Well now we know what's next for Marquess Wilson, at least. After his career at Washington State came to an end in a way I'm not sure anyone could have predicted, it was unknown whether Wilson would have to do a quick image and NFL Draft stock rehabilitation tour or if he'd jump right into the draft. If Wilson had decided to continue his college playing days, he would've either had to sit out a year to play major college football or transfer down. None of that matters now, though.
Wilson has hired an agent and will enter the 2013 NFL Draft -- a logical move no matter the circumstances of his departure. It was wildly assumed that this past season would be his last at Washington State, and it was ... though the way it ended veered off course just a bit.
The former Washington State wide receiver does have some image rehabilitation to do as the draft nears, and his draft stock most certainly isn't what it once was. The physical talent is there, and always has been, but the maturity and character questions will persist. Accusations of a lacking work ethic and the manner in which Wilson left Washington State are clear red flags -- which general managers will certainly be vetting through the process.
I think Wilson can recover from the allegations of abuse and letter. When it comes to that ordeal, I do feel for him in a way. From all indications, he was coached -- given bad advice which blew up in his face. A draft prospect can overcome and explain away bad advice.
The bigger problem for Wilson is his work ethic, and even that can be spun. He struggled this past season as more was being asked in him. He has a switch -- something quarterback Jeff Tuel explained as the star wide receiver needing a kick in the butt at times. When it's on, he's great. But it's not always on, especially not in practice.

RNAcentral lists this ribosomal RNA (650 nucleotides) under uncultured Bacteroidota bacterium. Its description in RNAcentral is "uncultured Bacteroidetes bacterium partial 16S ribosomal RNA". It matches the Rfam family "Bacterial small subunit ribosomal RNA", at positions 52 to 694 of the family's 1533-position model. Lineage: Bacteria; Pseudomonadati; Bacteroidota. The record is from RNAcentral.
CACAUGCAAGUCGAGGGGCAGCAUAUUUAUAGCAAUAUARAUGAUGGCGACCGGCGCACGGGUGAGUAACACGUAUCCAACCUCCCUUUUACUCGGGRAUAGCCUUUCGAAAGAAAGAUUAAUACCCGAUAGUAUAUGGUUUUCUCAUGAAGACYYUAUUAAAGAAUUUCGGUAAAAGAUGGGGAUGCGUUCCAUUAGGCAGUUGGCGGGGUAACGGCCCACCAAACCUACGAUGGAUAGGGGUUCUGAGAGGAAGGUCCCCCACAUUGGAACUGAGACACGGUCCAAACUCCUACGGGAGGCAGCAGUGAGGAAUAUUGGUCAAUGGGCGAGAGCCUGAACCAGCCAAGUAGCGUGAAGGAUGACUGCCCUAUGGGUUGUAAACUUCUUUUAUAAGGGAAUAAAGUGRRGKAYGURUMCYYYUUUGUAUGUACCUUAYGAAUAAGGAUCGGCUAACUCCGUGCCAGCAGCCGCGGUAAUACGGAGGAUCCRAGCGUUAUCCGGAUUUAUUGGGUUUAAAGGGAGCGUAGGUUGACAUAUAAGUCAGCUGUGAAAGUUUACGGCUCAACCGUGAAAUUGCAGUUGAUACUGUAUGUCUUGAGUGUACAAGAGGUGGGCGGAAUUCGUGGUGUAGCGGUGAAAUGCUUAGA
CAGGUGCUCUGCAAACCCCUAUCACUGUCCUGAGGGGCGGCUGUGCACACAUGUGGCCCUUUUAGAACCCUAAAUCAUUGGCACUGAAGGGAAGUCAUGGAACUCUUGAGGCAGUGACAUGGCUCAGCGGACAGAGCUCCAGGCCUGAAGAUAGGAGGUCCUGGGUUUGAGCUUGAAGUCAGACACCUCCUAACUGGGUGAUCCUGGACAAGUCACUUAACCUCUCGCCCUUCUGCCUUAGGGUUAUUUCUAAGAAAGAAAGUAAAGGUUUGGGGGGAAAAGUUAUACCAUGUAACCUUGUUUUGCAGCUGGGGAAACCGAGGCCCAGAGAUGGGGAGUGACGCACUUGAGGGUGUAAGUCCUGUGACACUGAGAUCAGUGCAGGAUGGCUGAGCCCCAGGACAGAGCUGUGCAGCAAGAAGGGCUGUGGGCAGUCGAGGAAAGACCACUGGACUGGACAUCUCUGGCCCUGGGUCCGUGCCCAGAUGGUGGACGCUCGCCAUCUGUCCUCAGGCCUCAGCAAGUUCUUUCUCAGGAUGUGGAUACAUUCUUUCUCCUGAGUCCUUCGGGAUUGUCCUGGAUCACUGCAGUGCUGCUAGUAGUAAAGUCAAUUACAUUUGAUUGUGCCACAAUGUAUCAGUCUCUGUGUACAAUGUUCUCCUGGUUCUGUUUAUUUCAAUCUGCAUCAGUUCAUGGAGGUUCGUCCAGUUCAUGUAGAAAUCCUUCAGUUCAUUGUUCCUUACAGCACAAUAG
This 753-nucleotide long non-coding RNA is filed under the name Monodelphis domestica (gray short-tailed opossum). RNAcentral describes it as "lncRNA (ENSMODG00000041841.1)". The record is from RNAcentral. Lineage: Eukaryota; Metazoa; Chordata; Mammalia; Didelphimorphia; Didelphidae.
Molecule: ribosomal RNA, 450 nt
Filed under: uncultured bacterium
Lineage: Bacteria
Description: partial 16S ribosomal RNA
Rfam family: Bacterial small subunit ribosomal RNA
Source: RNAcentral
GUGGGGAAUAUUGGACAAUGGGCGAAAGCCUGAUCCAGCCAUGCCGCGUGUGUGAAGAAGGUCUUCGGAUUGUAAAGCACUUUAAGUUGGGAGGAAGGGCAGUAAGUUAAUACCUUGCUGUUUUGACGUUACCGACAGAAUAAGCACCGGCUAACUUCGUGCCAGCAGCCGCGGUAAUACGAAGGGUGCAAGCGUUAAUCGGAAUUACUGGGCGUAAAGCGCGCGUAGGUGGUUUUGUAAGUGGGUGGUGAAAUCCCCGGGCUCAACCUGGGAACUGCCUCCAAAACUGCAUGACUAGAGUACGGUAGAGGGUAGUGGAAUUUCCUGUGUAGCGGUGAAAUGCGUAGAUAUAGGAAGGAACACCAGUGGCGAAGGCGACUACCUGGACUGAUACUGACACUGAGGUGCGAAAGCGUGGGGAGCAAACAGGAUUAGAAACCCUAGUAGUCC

The NFL is a whole different ballgame. Wilson can -- and did -- get by in college with raw talent. The NFL is filled with raw talents who work their asses off to succeed. It's a cutthroat game that demands execution at a high-level at all times. Wilson is going to have to prove he's ready for it.
Right now, our own Dan Kadar has Wilson as the 15th-best wide receiver in the draft. Instead of hitting a payday and being taken early in the draft, Wilson's going to have to put in work. The way things look right now, he'll come off the board later in the draft, then have to fight for his spot. Things can change, though, and Wilson has a chance to erase some of the doubts with a strong run-up to the draft -- at the Combine, in workouts and, especially, in interviews.
I will root for Wilson to succeed, to be drafted high, and to have a long NFL career. His actions may have hurt Washington State, but I still have a soft spot for the man -- and I do believe he followed through on some bad advice that will prove incredibly costly to his future. If he can battle back, all the more power to him.
But now, we'll see what Wilson is made of. What happens over the next few months and beyond will say a lot about Wilson. If he fights through and works hard, he can make it and have a long NFL career. If not, this will go down as a pretty sad story for all parties involved.